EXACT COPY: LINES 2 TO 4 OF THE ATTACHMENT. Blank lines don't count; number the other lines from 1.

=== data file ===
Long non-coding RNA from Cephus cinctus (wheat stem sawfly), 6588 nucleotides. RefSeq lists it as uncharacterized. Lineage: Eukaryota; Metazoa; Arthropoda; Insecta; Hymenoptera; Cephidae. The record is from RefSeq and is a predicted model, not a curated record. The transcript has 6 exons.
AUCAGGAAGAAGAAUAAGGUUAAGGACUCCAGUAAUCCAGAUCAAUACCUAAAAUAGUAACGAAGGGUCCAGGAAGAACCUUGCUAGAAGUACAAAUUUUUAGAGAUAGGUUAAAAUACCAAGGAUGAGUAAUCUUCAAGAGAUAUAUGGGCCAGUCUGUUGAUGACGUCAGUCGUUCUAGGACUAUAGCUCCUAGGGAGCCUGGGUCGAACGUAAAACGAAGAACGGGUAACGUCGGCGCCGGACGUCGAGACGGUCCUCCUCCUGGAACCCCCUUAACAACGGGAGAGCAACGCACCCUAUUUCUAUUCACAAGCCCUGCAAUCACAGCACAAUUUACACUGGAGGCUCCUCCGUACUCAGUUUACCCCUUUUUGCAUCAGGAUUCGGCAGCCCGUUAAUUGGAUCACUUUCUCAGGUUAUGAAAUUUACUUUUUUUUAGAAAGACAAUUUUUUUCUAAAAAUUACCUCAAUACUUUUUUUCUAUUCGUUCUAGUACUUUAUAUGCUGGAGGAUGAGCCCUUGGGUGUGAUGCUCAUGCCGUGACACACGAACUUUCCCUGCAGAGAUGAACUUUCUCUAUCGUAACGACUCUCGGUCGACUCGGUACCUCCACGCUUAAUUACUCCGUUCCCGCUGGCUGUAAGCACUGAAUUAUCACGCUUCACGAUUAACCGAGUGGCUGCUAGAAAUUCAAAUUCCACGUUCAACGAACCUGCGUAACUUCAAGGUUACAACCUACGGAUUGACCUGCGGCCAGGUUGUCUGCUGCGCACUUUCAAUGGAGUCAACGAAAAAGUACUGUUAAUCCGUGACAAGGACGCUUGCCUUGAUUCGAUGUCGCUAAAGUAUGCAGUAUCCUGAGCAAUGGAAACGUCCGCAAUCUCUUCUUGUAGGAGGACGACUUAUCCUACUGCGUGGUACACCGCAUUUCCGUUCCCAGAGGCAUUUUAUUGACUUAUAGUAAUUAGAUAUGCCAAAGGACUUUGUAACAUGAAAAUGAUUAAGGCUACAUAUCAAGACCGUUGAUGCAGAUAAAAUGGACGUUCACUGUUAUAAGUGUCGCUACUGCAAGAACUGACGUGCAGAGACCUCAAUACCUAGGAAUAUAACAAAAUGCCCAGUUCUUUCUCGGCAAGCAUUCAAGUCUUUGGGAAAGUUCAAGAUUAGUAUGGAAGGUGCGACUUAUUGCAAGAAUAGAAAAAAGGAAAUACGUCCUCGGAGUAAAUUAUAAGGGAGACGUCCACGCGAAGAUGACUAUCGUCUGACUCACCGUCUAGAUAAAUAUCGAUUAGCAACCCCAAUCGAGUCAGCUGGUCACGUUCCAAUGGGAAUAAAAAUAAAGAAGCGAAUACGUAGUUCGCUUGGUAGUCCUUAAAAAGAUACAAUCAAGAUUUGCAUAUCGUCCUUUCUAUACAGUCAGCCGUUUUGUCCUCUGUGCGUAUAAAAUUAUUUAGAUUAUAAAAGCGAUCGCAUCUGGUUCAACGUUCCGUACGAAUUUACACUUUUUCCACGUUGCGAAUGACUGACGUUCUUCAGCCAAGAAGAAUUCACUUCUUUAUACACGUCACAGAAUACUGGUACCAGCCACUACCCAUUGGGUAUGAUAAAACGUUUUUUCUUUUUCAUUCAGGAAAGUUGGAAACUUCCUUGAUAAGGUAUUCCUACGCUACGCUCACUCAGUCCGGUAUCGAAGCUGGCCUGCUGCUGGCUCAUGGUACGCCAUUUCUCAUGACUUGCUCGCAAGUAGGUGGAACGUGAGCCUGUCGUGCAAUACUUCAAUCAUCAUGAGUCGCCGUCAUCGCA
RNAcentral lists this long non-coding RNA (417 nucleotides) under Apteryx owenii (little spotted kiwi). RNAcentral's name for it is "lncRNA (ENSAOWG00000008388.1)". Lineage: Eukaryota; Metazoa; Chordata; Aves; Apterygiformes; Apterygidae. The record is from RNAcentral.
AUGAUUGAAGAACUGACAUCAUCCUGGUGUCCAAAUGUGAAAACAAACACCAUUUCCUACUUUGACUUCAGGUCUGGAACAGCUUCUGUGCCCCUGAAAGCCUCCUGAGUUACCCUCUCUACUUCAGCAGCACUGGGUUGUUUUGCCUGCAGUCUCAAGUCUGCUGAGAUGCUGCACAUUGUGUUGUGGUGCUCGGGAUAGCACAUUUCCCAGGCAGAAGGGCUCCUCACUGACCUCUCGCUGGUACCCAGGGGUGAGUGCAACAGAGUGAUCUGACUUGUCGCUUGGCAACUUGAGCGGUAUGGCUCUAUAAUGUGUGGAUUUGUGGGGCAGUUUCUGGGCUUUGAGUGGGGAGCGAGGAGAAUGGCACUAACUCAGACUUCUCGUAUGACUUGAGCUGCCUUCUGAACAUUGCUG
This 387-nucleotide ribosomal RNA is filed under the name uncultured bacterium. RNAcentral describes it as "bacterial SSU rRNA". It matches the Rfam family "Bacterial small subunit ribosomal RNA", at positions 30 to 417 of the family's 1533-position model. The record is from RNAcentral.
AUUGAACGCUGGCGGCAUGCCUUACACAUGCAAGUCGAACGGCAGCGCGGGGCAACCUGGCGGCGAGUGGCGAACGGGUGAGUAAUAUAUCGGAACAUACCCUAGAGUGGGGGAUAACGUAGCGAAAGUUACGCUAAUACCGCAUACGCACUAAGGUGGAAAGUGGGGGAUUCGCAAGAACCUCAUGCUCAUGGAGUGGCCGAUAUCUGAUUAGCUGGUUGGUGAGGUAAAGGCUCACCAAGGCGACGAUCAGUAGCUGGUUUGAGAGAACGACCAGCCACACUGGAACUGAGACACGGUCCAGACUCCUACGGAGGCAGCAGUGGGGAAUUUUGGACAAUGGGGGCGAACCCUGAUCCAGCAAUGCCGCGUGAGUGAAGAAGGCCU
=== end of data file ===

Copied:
AUCAGGAAGAAGAAUAAGGUUAAGGACUCCAGUAAUCCAGAUCAAUACCUAAAAUAGUAACGAAGGGUCCAGGAAGAACCUUGCUAGAAGUACAAAUUUUUAGAGAUAGGUUAAAAUACCAAGGAUGAGUAAUCUUCAAGAGAUAUAUGGGCCAGUCUGUUGAUGACGUCAGUCGUUCUAGGACUAUAGCUCCUAGGGAGCCUGGGUCGAACGUAAAACGAAGAACGGGUAACGUCGGCGCCGGACGUCGAGACGGUCCUCCUCCUGGAACCCCCUUAACAACGGGAGAGCAACGCACCCUAUUUCUAUUCACAAGCCCUGCAAUCACAGCACAAUUUACACUGGAGGCUCCUCCGUACUCAGUUUACCCCUUUUUGCAUCAGGAUUCGGCAGCCCGUUAAUUGGAUCACUUUCUCAGGUUAUGAAAUUUACUUUUUUUUAGAAAGACAAUUUUUUUCUAAAAAUUACCUCAAUACUUUUUUUCUAUUCGUUCUAGUACUUUAUAUGCUGGAGGAUGAGCCCUUGGGUGUGAUGCUCAUGCCGUGACACACGAACUUUCCCUGCAGAGAUGAACUUUCUCUAUCGUAACGACUCUCGGUCGACUCGGUACCUCCACGCUUAAUUACUCCGUUCCCGCUGGCUGUAAGCACUGAAUUAUCACGCUUCACGAUUAACCGAGUGGCUGCUAGAAAUUCAAAUUCCACGUUCAACGAACCUGCGUAACUUCAAGGUUACAACCUACGGAUUGACCUGCGGCCAGGUUGUCUGCUGCGCACUUUCAAUGGAGUCAACGAAAAAGUACUGUUAAUCCGUGACAAGGACGCUUGCCUUGAUUCGAUGUCGCUAAAGUAUGCAGUAUCCUGAGCAAUGGAAACGUCCGCAAUCUCUUCUUGUAGGAGGACGACUUAUCCUACUGCGUGGUACACCGCAUUUCCGUUCCCAGAGGCAUUUUAUUGACUUAUAGUAAUUAGAUAUGCCAAAGGACUUUGUAACAUGAAAAUGAUUAAGGCUACAUAUCAAGACCGUUGAUGCAGAUAAAAUGGACGUUCACUGUUAUAAGUGUCGCUACUGCAAGAACUGACGUGCAGAGACCUCAAUACCUAGGAAUAUAACAAAAUGCCCAGUUCUUUCUCGGCAAGCAUUCAAGUCUUUGGGAAAGUUCAAGAUUAGUAUGGAAGGUGCGACUUAUUGCAAGAAUAGAAAAAAGGAAAUACGUCCUCGGAGUAAAUUAUAAGGGAGACGUCCACGCGAAGAUGACUAUCGUCUGACUCACCGUCUAGAUAAAUAUCGAUUAGCAACCCCAAUCGAGUCAGCUGGUCACGUUCCAAUGGGAAUAAAAAUAAAGAAGCGAAUACGUAGUUCGCUUGGUAGUCCUUAAAAAGAUACAAUCAAGAUUUGCAUAUCGUCCUUUCUAUACAGUCAGCCGUUUUGUCCUCUGUGCGUAUAAAAUUAUUUAGAUUAUAAAAGCGAUCGCAUCUGGUUCAACGUUCCGUACGAAUUUACACUUUUUCCACGUUGCGAAUGACUGACGUUCUUCAGCCAAGAAGAAUUCACUUCUUUAUACACGUCACAGAAUACUGGUACCAGCCACUACCCAUUGGGUAUGAUAAAACGUUUUUUCUUUUUCAUUCAGGAAAGUUGGAAACUUCCUUGAUAAGGUAUUCCUACGCUACGCUCACUCAGUCCGGUAUCGAAGCUGGCCUGCUGCUGGCUCAUGGUACGCCAUUUCUCAUGACUUGCUCGCAAGUAGGUGGAACGUGAGCCUGUCGUGCAAUACUUCAAUCAUCAUGAGUCGCCGUCAUCGCA
RNAcentral lists this long non-coding RNA (417 nucleotides) under Apteryx owenii (little spotted kiwi). RNAcentral's name for it is "lncRNA (ENSAOWG00000008388.1)". Lineage: Eukaryota; Metazoa; Chordata; Aves; Apterygiformes; Apterygidae. The record is from RNAcentral.
AUGAUUGAAGAACUGACAUCAUCCUGGUGUCCAAAUGUGAAAACAAACACCAUUUCCUACUUUGACUUCAGGUCUGGAACAGCUUCUGUGCCCCUGAAAGCCUCCUGAGUUACCCUCUCUACUUCAGCAGCACUGGGUUGUUUUGCCUGCAGUCUCAAGUCUGCUGAGAUGCUGCACAUUGUGUUGUGGUGCUCGGGAUAGCACAUUUCCCAGGCAGAAGGGCUCCUCACUGACCUCUCGCUGGUACCCAGGGGUGAGUGCAACAGAGUGAUCUGACUUGUCGCUUGGCAACUUGAGCGGUAUGGCUCUAUAAUGUGUGGAUUUGUGGGGCAGUUUCUGGGCUUUGAGUGGGGAGCGAGGAGAAUGGCACUAACUCAGACUUCUCGUAUGACUUGAGCUGCCUUCUGAACAUUGCUG